Age, Biography and Wiki
Andrej Nikolaidis was born on 1974 in Sarajevo, Bosnia and Herzegovina.
|Age||46 years old|
|Birthplace||Sarajevo, Bosnia and Herzegovina|
Bosnia and Herzegovina
Andrej Nikolaidis Height, Weight & Measurements
At 46 years old, Andrej Nikolaidis height not available right now. We will update Andrej Nikolaidis’s Height, weight, Body Measurements, Eye Color, Hair Color, Shoe & Dress size soon as possible.
|Body Measurements||Not Available|
|Eye Color||Not Available|
|Hair Color||Not Available|
Who Is Andrej Nikolaidis’s Wife?
His wife is Sanja Martinović
Andrej Nikolaidis Net Worth
His net worth has been growing significantly in 2019-2020. So, how much is Andrej Nikolaidis worth at the age of 46 years old? Andrej Nikolaidis’s income source is mostly from being a successful . He is from Bosnia and Herzegovina. We have estimated Andrej Nikolaidis’s net worth, money, salary, income, and assets.
|Net Worth in 2020||$1 Million – $5 Million|
|Salary in 2019||Under Review|
|Net Worth in 2019||Pending|
|Salary in 2019||Under Review|
|Source of Income|
Andrej Nikolaidis Social Network
|Wikipedia||Andrej Nikolaidis Wikipedia|
In a January 11, 2012 article at the Analitika website (portalanalitika.me) titled “What is Left of Greater Serbia,” Nikolaidis wrote that “it would have been a civilizational step forward if dynamite and rifles had been brought into the room where the 20th anniversary of Republika Srpska was recently celebrated.”
From October 2009 to February 2014 he was adviser to Ranko Krivokapić, speaker of the Montenegrin Parliament.
On October 15, 2009, it was announced that Nikolaidis accepted a job as the adviser to politician Ranko Krivokapić, who has been the speaker of the house in Montenegrin Parliament since 2003 and is the president of SDP CG party – ruling coalition’s junior partner. The announcement came couple of weeks after Krivokapić publicly supported Nikolaidis while criticizing the Montenegrin Supreme Court’s final ruling in Kusturica vs. Nikolaidis case. Nikolaidis resigned in February 2014.
In late November 2007 the primary court (Osnovni sud) confirmed the previous verdict following a re-trial. Nikoladis again appealed the primary court verdict and the case was heard for the second time by the higher court (Viši sud) in April 2008 and this time it upheld the primary court verdict, ordering Nikolaids to pay the damages. In reaction to the verdict, Nikolaidis received individual support from Bosnia and Herzegovina where actor Emir Hadžihafizbegović and journalist Šemsudin “Šeki” Radončić raised funds to pay the Nikolaidis’s fine.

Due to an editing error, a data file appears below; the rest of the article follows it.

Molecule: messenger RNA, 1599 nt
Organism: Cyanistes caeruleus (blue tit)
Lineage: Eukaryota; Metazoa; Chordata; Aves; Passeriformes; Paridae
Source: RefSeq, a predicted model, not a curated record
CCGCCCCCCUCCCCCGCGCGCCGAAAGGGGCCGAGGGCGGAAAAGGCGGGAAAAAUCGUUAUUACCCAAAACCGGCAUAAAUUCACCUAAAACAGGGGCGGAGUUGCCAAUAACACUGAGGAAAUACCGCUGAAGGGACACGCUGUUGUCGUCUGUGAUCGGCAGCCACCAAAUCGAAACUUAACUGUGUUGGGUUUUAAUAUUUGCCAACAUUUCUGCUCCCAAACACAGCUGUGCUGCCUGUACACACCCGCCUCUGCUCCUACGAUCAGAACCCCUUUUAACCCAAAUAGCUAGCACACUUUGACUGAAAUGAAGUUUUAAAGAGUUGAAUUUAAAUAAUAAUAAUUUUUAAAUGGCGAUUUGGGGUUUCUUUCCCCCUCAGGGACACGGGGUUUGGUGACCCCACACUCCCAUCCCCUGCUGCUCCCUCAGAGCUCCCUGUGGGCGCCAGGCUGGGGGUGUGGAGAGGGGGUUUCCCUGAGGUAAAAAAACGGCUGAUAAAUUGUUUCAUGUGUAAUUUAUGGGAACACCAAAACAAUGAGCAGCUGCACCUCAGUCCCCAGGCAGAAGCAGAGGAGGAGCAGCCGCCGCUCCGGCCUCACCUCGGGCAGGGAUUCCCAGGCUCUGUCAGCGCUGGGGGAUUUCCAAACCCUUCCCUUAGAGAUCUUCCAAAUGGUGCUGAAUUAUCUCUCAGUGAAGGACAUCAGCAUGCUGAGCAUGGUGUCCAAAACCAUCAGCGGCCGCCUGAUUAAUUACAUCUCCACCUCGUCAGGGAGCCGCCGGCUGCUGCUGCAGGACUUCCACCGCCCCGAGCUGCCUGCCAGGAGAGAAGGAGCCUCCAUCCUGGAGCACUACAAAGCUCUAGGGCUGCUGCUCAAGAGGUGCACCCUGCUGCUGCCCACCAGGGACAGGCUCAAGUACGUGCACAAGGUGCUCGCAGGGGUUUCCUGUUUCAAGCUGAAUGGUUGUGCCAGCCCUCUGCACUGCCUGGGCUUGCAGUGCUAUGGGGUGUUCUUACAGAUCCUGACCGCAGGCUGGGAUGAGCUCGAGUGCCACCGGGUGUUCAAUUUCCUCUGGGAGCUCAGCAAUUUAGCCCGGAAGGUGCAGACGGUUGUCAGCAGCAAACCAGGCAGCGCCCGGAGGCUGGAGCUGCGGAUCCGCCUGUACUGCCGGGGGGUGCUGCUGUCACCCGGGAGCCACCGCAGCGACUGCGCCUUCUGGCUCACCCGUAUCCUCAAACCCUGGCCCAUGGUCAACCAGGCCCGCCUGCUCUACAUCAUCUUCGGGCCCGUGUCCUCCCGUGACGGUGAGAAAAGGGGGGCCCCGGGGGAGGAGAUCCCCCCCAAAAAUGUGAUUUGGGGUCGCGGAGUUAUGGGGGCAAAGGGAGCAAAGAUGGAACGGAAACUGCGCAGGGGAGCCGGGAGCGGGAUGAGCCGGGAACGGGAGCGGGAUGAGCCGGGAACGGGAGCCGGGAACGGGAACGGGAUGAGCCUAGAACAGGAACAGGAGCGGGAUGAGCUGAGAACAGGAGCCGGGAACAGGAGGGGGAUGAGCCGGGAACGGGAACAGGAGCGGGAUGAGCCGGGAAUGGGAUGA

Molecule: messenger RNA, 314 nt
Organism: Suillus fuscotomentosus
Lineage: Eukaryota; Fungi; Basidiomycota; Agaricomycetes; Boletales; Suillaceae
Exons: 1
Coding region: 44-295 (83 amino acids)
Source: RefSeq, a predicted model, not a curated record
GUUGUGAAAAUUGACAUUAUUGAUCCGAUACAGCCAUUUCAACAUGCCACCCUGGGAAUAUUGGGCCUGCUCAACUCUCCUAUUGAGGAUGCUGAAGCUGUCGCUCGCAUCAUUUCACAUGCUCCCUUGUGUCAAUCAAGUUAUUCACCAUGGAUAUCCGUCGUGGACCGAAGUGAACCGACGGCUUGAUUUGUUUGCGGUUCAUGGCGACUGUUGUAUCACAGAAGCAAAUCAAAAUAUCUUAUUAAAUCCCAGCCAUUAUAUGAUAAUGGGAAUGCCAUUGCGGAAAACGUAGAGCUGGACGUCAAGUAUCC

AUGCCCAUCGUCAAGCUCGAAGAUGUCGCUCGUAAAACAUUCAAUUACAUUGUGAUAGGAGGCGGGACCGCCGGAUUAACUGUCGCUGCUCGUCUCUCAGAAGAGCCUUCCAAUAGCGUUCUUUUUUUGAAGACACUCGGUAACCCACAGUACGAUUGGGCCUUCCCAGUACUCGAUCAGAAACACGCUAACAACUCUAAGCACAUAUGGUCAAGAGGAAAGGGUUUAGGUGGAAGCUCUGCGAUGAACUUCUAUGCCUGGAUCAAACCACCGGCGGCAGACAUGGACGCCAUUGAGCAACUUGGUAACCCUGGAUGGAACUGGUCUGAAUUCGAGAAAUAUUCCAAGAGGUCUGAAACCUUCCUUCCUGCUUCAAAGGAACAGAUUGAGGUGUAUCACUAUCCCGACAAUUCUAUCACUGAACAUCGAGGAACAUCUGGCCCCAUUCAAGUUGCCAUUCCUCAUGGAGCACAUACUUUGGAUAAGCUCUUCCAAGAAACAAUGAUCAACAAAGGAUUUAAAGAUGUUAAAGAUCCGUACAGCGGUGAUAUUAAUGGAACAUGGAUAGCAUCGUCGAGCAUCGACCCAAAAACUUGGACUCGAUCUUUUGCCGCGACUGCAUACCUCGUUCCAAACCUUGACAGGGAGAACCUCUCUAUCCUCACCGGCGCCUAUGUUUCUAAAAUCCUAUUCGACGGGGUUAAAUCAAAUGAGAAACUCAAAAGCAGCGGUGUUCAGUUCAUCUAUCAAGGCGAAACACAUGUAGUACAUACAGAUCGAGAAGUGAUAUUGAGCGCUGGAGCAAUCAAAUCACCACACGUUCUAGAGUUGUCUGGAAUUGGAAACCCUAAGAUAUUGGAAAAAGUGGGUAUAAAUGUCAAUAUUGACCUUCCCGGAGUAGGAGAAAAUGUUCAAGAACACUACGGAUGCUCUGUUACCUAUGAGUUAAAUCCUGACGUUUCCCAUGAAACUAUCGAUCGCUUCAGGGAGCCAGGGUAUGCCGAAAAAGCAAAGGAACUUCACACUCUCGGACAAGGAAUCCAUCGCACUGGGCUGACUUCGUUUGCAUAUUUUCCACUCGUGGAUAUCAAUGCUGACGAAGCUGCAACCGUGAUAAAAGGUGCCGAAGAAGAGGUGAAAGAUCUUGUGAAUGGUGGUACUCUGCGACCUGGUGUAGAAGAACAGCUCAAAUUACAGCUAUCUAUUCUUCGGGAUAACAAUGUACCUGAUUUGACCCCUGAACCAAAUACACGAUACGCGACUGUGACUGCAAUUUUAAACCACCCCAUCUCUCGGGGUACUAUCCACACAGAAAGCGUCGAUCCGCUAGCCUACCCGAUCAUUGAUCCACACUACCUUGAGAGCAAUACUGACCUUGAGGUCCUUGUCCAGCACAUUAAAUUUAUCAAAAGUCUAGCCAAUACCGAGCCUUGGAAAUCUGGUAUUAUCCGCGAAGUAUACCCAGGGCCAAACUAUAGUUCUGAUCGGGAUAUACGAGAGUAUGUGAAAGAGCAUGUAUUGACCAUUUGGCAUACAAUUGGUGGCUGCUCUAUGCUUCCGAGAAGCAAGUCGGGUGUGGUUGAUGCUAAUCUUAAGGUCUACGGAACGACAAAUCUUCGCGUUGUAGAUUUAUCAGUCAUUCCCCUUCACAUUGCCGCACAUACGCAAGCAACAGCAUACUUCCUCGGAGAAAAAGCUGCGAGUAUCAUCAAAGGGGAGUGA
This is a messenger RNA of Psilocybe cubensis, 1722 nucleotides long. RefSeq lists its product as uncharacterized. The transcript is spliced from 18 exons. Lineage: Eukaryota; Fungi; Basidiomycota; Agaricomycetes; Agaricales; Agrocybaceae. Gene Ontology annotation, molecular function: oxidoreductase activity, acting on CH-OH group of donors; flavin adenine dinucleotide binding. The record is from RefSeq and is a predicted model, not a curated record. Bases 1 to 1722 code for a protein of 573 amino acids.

On May 28, 2004, Nikolaidis’s highly charged piece titled “Dželatov šegrt” (Executioner’s Apprentice) was published as part of his regular column in Monitor weekly magazine. In it, he targeted film director Emir Kusturica, denouncing him, among other things, as one of the “biggest media stars of the time when Milošević’s war propaganda propped people who had something stupid but patriotic to say and created news for people who were insensitive to human suffering, blind to their own guilt, and finally stupid enough to believe in their own righteousness”.
Nikolaidis was subsequently sued by Kusturica for libel. After the trial in November 2004, primary court (Osnovni sud) in Podgorica under presiding judge Evica Durutović awarded Kusturica €5,000 in damages. However, on appeal, the verdict against Nikolaidis had been overruled by the higher court (Viši sud) in December 2005 and the case was returned to the lower court for a re-trial.
Nikolaidis has published four novels in Montenegro and Croatia: Mimesis (Durieux, OKF, 2003), Son (Durieux, 2006), The Coming (Algoritam, 2009) and Till Kingdom Come (Algoritam, 2012) as well as collections of short stories The Cathedral in Seattle, Why Mira Furlan?, A Short History of Madness and a cultural theory book “Homo Sucker: The Poetics of Apocalypse”. In 2012, two of his novels (‘The Coming’ and ‘The Son’) were published in English by the UK publisher Istros Books. In 2014, a German edition of “The Coming”, “Die Ankunft”, was published by Voland & Quist. His first critically acclaimed novel “Mimesis” was very well received in Croatia, Bosnia and among liberal Montenegrin intellectuals, where local independent media compares his expression and attitude to the one of Thomas Bernhard. He wrote columns for pro-independence Montenegrin publications such as Vijesti daily newspaper, Monitor weekly newsmagazine (from 2002 until 2009), and Crnogorski književni list weekly newspaper, as well as Bosnian weekly newsmagazine Slobodna Bosna. He now resides in Ulcinj, Montenegro.
Nikolaidis was born and raised in Sarajevo, SR Bosnia and Herzegovina, SFR Yugoslavia to a mixed Montenegrin-Greek family. In 1992, following the breakout of ethnic strife in Bosnia that soon evolved into all-out war, Nikolaidis’s family moved to the Montenegrin town of Ulcinj, his father’s hometown, where he owns a summer house. An ardent supporter of Montenegrin independence, anti-war activist and promoter of human rights, especially minority rights, Nikolaidis initially became known for his political views and public feuds, appearing on local television and in newspapers with his razor-sharp political commentaries. His writings for Monitor and Slobodna Bosna aroused controversy and he “received threats, including death threats, after publishing several articles about “facing the past.” During a talk show on Radio Antena M, one of the listeners, while on air, said that he would kill Nikolaidis.”
Andrej Nikolaidis (born 1974, Sarajevo, SR Bosnia and Herzegovina, SFR Yugoslavia) is a Montenegrin novelist, columnist, and political adviser. His novel Sin (The Son) won the European Union Prize for Literature in 2011. The English translation was published in 2013 by Istros Books in the UK.